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Thursday, 3 February 1994
Page: 329

Mr RONALDSON —My question is addressed to the Minister for the Environment, Sport and Territories. I refer the minister to the memo written by Ms Kaye Dal Bon, assistant secretary of the sport and recreation branch, who was in charge of the program on or about 5 November 1992—which incidentally, as the minister would know, was after the audit of the program had begun—expressing concern that the department would be `vulnerable' in relation to the exercise of its responsibilities under this program and suggesting possible action to `copper bottom' the department. Were shoddy administrative practices sanctioned on high, as claimed by Ms Dal Bon? Further, why was no action taken by the minister's department to properly document decisions made under the program, despite Ms Dal Bon's warning that documentation was inadequate, both within the department and the minister's office?

Mrs KELLY —Welcome back. Last night the shadow minister and I attended the ABC sports awards. I hope that when he returned he reported some of the proceedings to the Liberal Party room. One of the highlights of the night was one of the comedians out there performing. He was talking about a group called the Buffalo Bills. He said, `The poor Buffalo Bills. They have lost four Superbowls in a row. One more loss and they'll have to change their name to the Liberal Party'.

Mr Sinclair —This has nothing to do with the question.

Mr Atkinson —Mr Speaker, I raise a point of order. The performances of comedians at functions outside of this place have nothing to do with the question. The question was to do with the minister's responsibility. I ask you to direct her to get back to the question.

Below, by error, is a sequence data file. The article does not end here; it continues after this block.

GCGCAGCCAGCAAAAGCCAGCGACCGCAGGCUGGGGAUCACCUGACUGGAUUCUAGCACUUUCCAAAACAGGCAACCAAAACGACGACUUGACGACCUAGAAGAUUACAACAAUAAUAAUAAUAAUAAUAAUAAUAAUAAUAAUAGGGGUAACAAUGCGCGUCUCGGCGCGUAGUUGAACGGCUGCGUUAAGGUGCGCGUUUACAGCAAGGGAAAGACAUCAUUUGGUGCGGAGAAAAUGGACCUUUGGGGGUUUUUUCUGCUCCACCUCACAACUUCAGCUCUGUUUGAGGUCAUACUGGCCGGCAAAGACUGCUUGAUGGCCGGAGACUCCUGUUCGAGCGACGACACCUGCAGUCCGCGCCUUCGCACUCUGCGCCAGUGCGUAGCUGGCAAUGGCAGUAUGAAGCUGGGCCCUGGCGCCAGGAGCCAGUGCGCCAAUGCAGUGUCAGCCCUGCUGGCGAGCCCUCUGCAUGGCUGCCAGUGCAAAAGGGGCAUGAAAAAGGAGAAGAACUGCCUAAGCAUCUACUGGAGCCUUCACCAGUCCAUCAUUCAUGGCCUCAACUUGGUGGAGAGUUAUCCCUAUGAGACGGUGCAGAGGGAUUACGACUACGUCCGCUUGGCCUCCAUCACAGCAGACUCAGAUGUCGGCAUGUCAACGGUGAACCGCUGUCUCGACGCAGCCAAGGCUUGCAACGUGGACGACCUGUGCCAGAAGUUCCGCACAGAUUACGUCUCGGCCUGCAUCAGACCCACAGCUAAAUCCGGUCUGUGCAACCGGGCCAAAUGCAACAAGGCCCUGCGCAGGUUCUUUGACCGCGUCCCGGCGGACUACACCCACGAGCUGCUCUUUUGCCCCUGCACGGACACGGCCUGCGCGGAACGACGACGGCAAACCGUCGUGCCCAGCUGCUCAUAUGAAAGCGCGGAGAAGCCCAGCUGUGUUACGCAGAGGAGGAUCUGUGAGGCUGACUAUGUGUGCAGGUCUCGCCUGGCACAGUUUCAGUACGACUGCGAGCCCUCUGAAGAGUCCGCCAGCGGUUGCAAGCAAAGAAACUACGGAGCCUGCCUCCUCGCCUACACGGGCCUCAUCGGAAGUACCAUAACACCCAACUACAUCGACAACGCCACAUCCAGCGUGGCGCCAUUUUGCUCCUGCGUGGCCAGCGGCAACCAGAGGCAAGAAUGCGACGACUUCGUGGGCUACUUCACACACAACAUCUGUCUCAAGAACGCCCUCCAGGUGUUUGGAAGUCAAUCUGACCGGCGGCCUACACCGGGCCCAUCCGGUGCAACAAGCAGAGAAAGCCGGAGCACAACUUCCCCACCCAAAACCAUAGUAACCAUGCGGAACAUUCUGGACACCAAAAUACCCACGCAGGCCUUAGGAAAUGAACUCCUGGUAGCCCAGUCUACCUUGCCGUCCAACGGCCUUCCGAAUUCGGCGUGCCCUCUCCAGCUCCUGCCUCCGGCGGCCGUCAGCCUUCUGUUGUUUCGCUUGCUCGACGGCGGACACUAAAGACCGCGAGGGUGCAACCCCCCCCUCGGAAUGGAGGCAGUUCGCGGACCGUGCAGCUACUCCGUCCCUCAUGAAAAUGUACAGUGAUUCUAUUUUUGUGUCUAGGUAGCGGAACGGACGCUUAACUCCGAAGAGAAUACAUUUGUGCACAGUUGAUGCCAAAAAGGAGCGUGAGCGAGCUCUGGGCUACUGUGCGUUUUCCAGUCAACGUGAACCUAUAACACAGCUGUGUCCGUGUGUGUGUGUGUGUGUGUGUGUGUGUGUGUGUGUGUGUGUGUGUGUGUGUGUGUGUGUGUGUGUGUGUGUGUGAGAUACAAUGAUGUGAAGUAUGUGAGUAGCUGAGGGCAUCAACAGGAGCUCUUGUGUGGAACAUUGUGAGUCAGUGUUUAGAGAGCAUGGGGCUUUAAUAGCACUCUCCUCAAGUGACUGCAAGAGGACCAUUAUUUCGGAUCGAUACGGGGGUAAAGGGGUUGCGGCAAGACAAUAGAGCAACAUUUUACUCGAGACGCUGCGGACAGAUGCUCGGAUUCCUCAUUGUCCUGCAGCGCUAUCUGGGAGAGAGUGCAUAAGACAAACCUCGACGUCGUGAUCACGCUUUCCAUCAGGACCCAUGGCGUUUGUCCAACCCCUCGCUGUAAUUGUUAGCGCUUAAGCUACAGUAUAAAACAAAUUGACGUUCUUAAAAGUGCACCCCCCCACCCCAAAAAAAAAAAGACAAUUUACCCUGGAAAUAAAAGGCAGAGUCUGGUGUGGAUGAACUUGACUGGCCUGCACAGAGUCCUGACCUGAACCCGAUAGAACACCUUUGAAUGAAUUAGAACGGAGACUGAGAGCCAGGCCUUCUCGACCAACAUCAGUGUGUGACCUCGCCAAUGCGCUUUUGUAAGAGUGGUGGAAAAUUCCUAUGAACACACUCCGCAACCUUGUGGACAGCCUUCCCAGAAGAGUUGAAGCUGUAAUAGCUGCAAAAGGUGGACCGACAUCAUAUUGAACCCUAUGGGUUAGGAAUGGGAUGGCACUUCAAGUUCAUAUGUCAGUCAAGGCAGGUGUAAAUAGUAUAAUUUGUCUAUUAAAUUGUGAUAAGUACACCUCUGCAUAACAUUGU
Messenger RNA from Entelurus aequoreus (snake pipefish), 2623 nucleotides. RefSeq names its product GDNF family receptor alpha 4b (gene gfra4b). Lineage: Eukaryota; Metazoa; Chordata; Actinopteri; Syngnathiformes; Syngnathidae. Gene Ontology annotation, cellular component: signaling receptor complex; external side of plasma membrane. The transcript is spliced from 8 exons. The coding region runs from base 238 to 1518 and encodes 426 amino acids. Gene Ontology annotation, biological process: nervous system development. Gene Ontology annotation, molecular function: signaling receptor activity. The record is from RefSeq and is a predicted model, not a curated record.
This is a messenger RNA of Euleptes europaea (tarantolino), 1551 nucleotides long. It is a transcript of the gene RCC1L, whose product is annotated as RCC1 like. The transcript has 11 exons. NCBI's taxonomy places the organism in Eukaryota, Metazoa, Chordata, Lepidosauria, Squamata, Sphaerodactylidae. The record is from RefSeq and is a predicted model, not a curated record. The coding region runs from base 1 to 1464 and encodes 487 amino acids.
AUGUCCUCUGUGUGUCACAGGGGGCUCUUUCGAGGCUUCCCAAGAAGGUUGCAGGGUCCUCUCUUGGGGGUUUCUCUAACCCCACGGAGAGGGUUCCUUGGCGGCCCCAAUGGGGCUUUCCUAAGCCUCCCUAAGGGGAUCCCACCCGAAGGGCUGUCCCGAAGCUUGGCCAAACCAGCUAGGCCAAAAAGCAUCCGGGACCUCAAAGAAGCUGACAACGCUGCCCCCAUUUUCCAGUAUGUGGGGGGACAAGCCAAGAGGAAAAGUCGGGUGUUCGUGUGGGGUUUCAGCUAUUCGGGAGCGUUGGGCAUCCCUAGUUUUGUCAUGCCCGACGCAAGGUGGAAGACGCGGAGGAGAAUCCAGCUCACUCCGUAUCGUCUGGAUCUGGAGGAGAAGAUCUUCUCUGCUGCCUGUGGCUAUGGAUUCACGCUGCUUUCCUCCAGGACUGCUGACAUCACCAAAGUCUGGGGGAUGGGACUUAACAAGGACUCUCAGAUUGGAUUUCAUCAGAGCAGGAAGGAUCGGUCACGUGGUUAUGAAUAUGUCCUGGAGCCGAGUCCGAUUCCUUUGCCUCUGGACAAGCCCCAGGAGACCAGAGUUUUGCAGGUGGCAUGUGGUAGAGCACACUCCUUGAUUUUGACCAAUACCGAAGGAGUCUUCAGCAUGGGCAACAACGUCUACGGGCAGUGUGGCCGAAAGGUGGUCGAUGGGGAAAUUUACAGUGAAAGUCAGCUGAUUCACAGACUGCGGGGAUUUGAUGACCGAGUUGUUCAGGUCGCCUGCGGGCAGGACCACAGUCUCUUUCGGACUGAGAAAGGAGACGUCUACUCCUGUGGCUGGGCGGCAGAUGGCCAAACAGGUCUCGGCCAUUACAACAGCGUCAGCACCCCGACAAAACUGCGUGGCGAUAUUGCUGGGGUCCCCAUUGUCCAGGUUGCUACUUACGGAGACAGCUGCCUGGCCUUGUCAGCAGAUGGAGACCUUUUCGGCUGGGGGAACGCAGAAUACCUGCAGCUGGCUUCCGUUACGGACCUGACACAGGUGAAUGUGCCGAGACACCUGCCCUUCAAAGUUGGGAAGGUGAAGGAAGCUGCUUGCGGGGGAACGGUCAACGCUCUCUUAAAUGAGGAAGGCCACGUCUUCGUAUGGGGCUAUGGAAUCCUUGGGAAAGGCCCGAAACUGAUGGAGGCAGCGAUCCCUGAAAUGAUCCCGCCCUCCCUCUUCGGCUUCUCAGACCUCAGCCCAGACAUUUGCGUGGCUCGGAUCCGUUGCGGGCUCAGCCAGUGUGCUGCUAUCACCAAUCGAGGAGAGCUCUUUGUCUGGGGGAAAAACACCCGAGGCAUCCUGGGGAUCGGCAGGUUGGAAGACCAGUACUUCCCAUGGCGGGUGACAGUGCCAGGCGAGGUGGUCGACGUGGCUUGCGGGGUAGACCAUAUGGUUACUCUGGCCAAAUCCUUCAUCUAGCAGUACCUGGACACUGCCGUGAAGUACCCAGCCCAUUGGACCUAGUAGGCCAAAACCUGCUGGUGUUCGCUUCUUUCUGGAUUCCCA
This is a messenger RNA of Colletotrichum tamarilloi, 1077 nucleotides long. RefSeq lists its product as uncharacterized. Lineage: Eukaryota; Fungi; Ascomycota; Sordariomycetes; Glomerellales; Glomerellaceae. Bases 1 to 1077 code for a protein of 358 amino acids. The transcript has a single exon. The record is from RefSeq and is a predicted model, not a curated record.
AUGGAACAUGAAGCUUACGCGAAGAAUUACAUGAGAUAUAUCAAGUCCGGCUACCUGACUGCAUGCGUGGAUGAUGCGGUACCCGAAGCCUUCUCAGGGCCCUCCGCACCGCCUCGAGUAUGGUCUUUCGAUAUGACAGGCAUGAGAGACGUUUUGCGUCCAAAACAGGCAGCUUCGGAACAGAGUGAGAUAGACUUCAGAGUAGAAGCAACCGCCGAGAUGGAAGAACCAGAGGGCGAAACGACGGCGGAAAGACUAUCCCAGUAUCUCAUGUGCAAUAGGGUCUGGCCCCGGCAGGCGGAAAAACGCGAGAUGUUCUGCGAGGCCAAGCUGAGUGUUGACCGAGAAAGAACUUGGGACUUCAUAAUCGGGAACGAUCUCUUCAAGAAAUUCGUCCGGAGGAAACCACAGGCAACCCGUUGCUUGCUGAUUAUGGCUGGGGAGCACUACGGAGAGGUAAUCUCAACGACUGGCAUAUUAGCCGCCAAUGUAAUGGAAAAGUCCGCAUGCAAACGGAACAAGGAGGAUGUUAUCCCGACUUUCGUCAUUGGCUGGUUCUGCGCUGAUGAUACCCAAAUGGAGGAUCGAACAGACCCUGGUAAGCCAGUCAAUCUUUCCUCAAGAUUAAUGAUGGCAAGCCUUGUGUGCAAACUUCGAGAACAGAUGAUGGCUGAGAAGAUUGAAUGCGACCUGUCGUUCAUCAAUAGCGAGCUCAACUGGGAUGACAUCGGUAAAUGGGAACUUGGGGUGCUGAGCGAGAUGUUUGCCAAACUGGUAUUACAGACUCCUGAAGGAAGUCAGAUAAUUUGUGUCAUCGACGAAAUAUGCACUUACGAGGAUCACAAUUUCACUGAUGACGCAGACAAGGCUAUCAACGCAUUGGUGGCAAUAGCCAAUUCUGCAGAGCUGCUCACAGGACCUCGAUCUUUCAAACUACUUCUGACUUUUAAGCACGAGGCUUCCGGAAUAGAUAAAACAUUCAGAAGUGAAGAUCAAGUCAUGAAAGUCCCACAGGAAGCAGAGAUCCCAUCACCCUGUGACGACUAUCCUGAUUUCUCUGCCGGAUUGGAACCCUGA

Mr SPEAKER —There is no point of order. The minister is answering the question.

Mrs KELLY —I hope those opposite heard what I just said: the comedian said, `One more failure and they'll have to change their name to the Liberal Party'. Over the last few months, I have answered numerous questions—over 36 questions—in this parliament. There have been MPIs and censure motions. On not one occasion has it ever been revealed that I have at any stage misused funds or that there was any impropriety at all. Those opposite have tried every trick they can. They have put ads in newspapers around this nation, trying to get dissatisfied people involved in the sporting community to come forward. They have achieved absolutely nothing.

  The Auditor-General made further comments today, including reference to the memo. All that is answered in my secretary's response. But the bottom line in all this is that, from November until now, in this parliament, we have had the same questions over and over again. The reason for that is that there is a policy and a leadership vacuum over there. Out in the broader community there have been policy changes. The economy has improved; summer is over; we have won the cricket; unemployment figures are better. But what are those opposite doing here in the House of Representatives? They are asking the same questions over and over again. They do that because they are totally bereft of leadership and policy.

  The only policy initiatives we have had so far on this from members of the opposition are their own statements on this matter, which I did read the other day. I would like to go through that again. What is the opposition's policy initiative in relation to the sports facilities? It wants to get a big bag of money and hand it out to every member of parliament to give to every federal electorate in Australia, regardless of what the needs and facilities are. Presumably, those opposite believe the electorate of Vaucluse is the same as that of the western suburbs of Sydney. The shadow minister for sport said:

. . . it might be appropriate to give a sum of money to every member of the House, for them to distribute within their own electorate . . .

I wonder what the Auditor-General would say about that.